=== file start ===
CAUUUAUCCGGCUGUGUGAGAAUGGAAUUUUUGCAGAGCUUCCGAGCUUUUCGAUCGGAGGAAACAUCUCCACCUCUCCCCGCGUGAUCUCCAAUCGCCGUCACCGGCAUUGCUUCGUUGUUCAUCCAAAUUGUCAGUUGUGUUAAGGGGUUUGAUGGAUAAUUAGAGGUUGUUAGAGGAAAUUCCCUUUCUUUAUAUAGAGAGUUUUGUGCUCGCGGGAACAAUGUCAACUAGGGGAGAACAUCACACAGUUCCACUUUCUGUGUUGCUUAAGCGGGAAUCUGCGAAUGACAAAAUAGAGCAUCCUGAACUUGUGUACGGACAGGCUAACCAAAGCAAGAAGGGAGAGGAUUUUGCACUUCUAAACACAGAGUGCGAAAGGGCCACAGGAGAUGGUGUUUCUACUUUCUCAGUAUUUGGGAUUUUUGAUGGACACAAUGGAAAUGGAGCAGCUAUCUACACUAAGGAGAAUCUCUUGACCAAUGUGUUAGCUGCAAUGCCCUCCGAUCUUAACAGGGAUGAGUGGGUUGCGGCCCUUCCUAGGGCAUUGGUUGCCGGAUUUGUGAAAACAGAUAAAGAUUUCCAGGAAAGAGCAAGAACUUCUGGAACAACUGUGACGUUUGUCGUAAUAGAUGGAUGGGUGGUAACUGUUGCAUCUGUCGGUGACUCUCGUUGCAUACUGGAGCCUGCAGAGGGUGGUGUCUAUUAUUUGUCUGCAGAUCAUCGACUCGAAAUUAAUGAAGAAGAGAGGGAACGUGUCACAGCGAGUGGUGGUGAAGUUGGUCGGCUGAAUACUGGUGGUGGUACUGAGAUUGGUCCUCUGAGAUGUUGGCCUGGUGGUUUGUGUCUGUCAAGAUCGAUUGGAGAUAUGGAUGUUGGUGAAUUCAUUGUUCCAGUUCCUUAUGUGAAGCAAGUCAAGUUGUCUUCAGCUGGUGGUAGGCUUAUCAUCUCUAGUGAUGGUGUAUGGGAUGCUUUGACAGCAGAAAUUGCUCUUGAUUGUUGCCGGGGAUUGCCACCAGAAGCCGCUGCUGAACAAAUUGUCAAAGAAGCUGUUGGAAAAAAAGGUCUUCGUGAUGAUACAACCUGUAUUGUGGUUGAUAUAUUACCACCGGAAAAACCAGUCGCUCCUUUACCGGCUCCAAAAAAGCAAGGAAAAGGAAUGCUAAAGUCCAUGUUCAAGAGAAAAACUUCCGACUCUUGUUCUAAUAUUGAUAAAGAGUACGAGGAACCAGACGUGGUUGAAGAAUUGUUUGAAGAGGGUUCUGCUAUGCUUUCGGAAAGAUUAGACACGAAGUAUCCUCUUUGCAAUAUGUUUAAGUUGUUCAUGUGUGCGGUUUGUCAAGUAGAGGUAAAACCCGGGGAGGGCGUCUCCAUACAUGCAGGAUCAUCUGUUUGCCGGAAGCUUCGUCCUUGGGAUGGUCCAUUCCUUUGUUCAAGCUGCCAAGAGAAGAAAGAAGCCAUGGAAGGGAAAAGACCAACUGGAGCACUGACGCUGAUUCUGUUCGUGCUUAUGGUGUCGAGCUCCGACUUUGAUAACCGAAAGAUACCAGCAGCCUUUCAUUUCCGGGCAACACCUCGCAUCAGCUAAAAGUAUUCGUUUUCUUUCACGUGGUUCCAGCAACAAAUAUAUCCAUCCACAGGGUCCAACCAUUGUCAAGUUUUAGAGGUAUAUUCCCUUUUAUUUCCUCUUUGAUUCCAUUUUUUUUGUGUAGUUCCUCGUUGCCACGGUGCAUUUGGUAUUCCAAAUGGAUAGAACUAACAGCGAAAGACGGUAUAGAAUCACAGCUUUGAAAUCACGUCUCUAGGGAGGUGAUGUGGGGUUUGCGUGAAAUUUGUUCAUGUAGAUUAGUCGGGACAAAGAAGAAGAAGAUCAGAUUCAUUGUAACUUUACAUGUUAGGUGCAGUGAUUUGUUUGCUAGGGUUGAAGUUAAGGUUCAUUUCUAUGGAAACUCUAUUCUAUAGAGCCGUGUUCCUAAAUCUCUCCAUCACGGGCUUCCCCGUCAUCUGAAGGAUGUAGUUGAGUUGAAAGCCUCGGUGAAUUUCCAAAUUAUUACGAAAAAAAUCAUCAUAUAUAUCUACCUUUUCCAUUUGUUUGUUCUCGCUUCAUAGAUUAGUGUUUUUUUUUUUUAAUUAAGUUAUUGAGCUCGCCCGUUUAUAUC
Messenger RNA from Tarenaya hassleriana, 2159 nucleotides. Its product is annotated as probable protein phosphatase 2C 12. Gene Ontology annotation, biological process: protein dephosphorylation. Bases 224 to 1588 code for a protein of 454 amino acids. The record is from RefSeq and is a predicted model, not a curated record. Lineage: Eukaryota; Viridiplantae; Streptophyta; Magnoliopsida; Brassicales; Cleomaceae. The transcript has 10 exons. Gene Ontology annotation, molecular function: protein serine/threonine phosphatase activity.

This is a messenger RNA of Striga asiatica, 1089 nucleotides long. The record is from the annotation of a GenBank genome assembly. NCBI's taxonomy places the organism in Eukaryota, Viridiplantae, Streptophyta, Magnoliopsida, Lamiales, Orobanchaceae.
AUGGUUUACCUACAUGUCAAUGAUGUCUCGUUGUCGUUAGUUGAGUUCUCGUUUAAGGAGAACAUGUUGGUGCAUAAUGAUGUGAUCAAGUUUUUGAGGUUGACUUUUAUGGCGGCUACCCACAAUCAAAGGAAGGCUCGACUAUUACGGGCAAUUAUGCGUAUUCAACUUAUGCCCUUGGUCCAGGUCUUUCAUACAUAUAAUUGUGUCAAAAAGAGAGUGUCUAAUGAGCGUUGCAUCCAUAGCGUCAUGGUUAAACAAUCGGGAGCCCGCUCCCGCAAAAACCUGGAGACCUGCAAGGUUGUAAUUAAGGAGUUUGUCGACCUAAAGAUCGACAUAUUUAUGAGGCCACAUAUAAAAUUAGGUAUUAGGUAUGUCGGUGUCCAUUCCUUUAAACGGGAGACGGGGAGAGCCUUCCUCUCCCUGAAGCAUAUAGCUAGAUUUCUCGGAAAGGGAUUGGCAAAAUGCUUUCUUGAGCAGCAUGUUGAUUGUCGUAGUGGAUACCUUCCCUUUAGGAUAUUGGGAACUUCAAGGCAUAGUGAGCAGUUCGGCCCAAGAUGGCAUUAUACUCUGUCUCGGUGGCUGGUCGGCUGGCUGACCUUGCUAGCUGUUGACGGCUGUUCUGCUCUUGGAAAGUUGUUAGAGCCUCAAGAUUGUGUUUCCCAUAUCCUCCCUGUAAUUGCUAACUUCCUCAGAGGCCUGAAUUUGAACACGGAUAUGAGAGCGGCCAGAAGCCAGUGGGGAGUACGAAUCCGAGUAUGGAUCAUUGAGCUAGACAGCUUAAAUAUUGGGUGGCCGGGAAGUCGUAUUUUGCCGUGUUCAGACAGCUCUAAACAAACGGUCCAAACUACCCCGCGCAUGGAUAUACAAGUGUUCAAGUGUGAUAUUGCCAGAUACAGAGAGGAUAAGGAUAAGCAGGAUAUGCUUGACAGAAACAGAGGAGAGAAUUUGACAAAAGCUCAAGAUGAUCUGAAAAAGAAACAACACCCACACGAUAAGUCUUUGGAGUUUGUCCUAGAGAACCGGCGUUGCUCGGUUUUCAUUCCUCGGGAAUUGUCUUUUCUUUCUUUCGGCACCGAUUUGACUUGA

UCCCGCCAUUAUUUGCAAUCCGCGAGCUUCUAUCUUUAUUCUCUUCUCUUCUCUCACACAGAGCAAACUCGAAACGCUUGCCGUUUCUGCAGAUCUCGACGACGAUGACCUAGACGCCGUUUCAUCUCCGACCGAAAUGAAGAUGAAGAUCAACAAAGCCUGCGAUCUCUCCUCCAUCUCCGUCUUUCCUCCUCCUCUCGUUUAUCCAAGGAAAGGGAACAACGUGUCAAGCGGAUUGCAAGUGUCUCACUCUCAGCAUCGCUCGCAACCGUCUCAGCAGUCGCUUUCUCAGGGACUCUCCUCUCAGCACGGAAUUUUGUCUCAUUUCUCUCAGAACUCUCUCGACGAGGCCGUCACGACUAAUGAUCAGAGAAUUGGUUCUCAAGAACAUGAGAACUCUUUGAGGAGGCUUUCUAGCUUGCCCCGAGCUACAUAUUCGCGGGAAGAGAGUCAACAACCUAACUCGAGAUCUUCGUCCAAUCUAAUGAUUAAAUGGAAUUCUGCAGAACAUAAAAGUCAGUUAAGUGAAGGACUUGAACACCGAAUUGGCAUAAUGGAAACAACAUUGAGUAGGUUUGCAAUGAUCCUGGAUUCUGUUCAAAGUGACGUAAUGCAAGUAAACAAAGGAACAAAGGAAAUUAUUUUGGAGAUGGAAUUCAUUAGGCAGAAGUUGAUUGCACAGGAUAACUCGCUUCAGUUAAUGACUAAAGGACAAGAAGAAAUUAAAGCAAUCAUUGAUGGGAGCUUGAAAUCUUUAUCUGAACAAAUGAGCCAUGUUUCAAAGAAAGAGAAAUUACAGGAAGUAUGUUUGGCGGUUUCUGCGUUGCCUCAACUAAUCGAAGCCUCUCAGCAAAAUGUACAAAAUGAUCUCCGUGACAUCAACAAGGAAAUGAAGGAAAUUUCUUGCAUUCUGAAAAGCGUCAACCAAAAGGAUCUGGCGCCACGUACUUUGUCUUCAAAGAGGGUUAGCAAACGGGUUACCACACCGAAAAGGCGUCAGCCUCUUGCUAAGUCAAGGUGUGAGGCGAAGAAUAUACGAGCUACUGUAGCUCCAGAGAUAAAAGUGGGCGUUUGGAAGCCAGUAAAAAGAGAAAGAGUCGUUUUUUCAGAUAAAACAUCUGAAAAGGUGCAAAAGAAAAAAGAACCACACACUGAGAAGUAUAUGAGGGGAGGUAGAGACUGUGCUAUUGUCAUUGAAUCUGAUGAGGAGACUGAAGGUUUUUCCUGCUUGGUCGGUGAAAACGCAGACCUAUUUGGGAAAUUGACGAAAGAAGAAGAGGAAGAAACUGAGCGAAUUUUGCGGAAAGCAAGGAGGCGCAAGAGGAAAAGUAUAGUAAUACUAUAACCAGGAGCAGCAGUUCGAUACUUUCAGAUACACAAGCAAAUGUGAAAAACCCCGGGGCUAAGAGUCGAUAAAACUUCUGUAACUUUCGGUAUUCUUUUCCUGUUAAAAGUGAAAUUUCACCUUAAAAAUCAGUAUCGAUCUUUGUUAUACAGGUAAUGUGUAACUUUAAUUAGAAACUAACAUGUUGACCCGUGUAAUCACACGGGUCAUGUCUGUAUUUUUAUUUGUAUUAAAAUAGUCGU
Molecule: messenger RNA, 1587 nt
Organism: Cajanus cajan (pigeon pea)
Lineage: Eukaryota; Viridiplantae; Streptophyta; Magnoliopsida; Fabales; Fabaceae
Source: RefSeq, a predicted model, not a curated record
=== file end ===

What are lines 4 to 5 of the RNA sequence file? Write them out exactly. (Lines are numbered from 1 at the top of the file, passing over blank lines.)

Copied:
AUGGUUUACCUACAUGUCAAUGAUGUCUCGUUGUCGUUAGUUGAGUUCUCGUUUAAGGAGAACAUGUUGGUGCAUAAUGAUGUGAUCAAGUUUUUGAGGUUGACUUUUAUGGCGGCUACCCACAAUCAAAGGAAGGCUCGACUAUUACGGGCAAUUAUGCGUAUUCAACUUAUGCCCUUGGUCCAGGUCUUUCAUACAUAUAAUUGUGUCAAAAAGAGAGUGUCUAAUGAGCGUUGCAUCCAUAGCGUCAUGGUUAAACAAUCGGGAGCCCGCUCCCGCAAAAACCUGGAGACCUGCAAGGUUGUAAUUAAGGAGUUUGUCGACCUAAAGAUCGACAUAUUUAUGAGGCCACAUAUAAAAUUAGGUAUUAGGUAUGUCGGUGUCCAUUCCUUUAAACGGGAGACGGGGAGAGCCUUCCUCUCCCUGAAGCAUAUAGCUAGAUUUCUCGGAAAGGGAUUGGCAAAAUGCUUUCUUGAGCAGCAUGUUGAUUGUCGUAGUGGAUACCUUCCCUUUAGGAUAUUGGGAACUUCAAGGCAUAGUGAGCAGUUCGGCCCAAGAUGGCAUUAUACUCUGUCUCGGUGGCUGGUCGGCUGGCUGACCUUGCUAGCUGUUGACGGCUGUUCUGCUCUUGGAAAGUUGUUAGAGCCUCAAGAUUGUGUUUCCCAUAUCCUCCCUGUAAUUGCUAACUUCCUCAGAGGCCUGAAUUUGAACACGGAUAUGAGAGCGGCCAGAAGCCAGUGGGGAGUACGAAUCCGAGUAUGGAUCAUUGAGCUAGACAGCUUAAAUAUUGGGUGGCCGGGAAGUCGUAUUUUGCCGUGUUCAGACAGCUCUAAACAAACGGUCCAAACUACCCCGCGCAUGGAUAUACAAGUGUUCAAGUGUGAUAUUGCCAGAUACAGAGAGGAUAAGGAUAAGCAGGAUAUGCUUGACAGAAACAGAGGAGAGAAUUUGACAAAAGCUCAAGAUGAUCUGAAAAAGAAACAACACCCACACGAUAAGUCUUUGGAGUUUGUCCUAGAGAACCGGCGUUGCUCGGUUUUCAUUCCUCGGGAAUUGUCUUUUCUUUCUUUCGGCACCGAUUUGACUUGA

UCCCGCCAUUAUUUGCAAUCCGCGAGCUUCUAUCUUUAUUCUCUUCUCUUCUCUCACACAGAGCAAACUCGAAACGCUUGCCGUUUCUGCAGAUCUCGACGACGAUGACCUAGACGCCGUUUCAUCUCCGACCGAAAUGAAGAUGAAGAUCAACAAAGCCUGCGAUCUCUCCUCCAUCUCCGUCUUUCCUCCUCCUCUCGUUUAUCCAAGGAAAGGGAACAACGUGUCAAGCGGAUUGCAAGUGUCUCACUCUCAGCAUCGCUCGCAACCGUCUCAGCAGUCGCUUUCUCAGGGACUCUCCUCUCAGCACGGAAUUUUGUCUCAUUUCUCUCAGAACUCUCUCGACGAGGCCGUCACGACUAAUGAUCAGAGAAUUGGUUCUCAAGAACAUGAGAACUCUUUGAGGAGGCUUUCUAGCUUGCCCCGAGCUACAUAUUCGCGGGAAGAGAGUCAACAACCUAACUCGAGAUCUUCGUCCAAUCUAAUGAUUAAAUGGAAUUCUGCAGAACAUAAAAGUCAGUUAAGUGAAGGACUUGAACACCGAAUUGGCAUAAUGGAAACAACAUUGAGUAGGUUUGCAAUGAUCCUGGAUUCUGUUCAAAGUGACGUAAUGCAAGUAAACAAAGGAACAAAGGAAAUUAUUUUGGAGAUGGAAUUCAUUAGGCAGAAGUUGAUUGCACAGGAUAACUCGCUUCAGUUAAUGACUAAAGGACAAGAAGAAAUUAAAGCAAUCAUUGAUGGGAGCUUGAAAUCUUUAUCUGAACAAAUGAGCCAUGUUUCAAAGAAAGAGAAAUUACAGGAAGUAUGUUUGGCGGUUUCUGCGUUGCCUCAACUAAUCGAAGCCUCUCAGCAAAAUGUACAAAAUGAUCUCCGUGACAUCAACAAGGAAAUGAAGGAAAUUUCUUGCAUUCUGAAAAGCGUCAACCAAAAGGAUCUGGCGCCACGUACUUUGUCUUCAAAGAGGGUUAGCAAACGGGUUACCACACCGAAAAGGCGUCAGCCUCUUGCUAAGUCAAGGUGUGAGGCGAAGAAUAUACGAGCUACUGUAGCUCCAGAGAUAAAAGUGGGCGUUUGGAAGCCAGUAAAAAGAGAAAGAGUCGUUUUUUCAGAUAAAACAUCUGAAAAGGUGCAAAAGAAAAAAGAACCACACACUGAGAAGUAUAUGAGGGGAGGUAGAGACUGUGCUAUUGUCAUUGAAUCUGAUGAGGAGACUGAAGGUUUUUCCUGCUUGGUCGGUGAAAACGCAGACCUAUUUGGGAAAUUGACGAAAGAAGAAGAGGAAGAAACUGAGCGAAUUUUGCGGAAAGCAAGGAGGCGCAAGAGGAAAAGUAUAGUAAUACUAUAACCAGGAGCAGCAGUUCGAUACUUUCAGAUACACAAGCAAAUGUGAAAAACCCCGGGGCUAAGAGUCGAUAAAACUUCUGUAACUUUCGGUAUUCUUUUCCUGUUAAAAGUGAAAUUUCACCUUAAAAAUCAGUAUCGAUCUUUGUUAUACAGGUAAUGUGUAACUUUAAUUAGAAACUAACAUGUUGACCCGUGUAAUCACACGGGUCAUGUCUGUAUUUUUAUUUGUAUUAAAAUAGUCGU